My go-to worldview is pessimism. I see a Times Square billboard promoting a musical that has its audience "dancing in the aisles" and I can't help but think, "That is a fire hazard." But it has been my happy experience that if one moves through life in a constant state of low-key dread, then one gets to be continually pleasantly surprised.

Like, suppose I was to be asked to write a guest column for a newspaper I find consistently infuriating because, for example, its arts section prints claptrap proclamations like "No woman really loves Bob Dylan," thereby making me want to jump in a cab with a boombox and my two copies of "Blonde on Blonde" and plant myself on 43rd Street, blaring "Most Likely You Go Your Way and I'll Go Mine" at said newspaper's windows. I would dread such an assignment until I felt the glee of getting paid to carp at said paper within its own pages. See? Pleasant surprise.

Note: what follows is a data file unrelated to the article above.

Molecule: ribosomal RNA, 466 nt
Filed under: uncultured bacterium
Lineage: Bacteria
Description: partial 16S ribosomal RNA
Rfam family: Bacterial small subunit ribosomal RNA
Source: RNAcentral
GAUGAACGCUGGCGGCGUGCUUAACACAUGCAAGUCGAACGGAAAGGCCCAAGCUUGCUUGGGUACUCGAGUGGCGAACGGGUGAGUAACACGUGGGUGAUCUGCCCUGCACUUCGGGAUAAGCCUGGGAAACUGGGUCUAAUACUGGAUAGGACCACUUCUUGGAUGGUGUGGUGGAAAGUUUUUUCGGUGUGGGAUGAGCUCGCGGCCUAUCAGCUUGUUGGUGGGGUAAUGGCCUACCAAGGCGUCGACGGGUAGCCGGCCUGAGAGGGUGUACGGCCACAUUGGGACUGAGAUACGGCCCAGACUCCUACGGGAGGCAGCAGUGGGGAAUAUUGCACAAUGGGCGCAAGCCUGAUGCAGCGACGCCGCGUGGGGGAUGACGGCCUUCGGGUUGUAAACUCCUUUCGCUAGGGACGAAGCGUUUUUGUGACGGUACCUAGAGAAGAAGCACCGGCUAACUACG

Sure, there are reasons to be hopeful about the United States. And most of them do involve art or the land. Like those Ed Ruscha paintings representing the nation at last year's Venice Biennale. There's something so true and rebellious about his skies; to look at them is to get that same smiley, breathy relief a Westerner feels the second she crosses to the left bank of the Mississippi.

Or there's the current Broadway revival of "Sweeney Todd," with its strange rhythms and cheeky poetics and actors playing instruments, making a listener wish she'd never given up the baritone horn. Or there was last week's "Inside the Actors Studio" with Dave Chappelle, in which Chappelle was funny, of course, but also so self-possessed and thoughtful and morally outraged he had a kind of biblical grandeur.

And what about the glory that is Glacier National Park? Or the good news that bald eagles are no longer an endangered species?

I got the feeling, though, that the man asking for optimism at that bookstore wasn't looking for raves about paintings or ice age deposits (especially since global warming is likely to make Glacier National Park glacier-free by 2030). I got the feeling that he was asking for reasons to be optimistic about the government.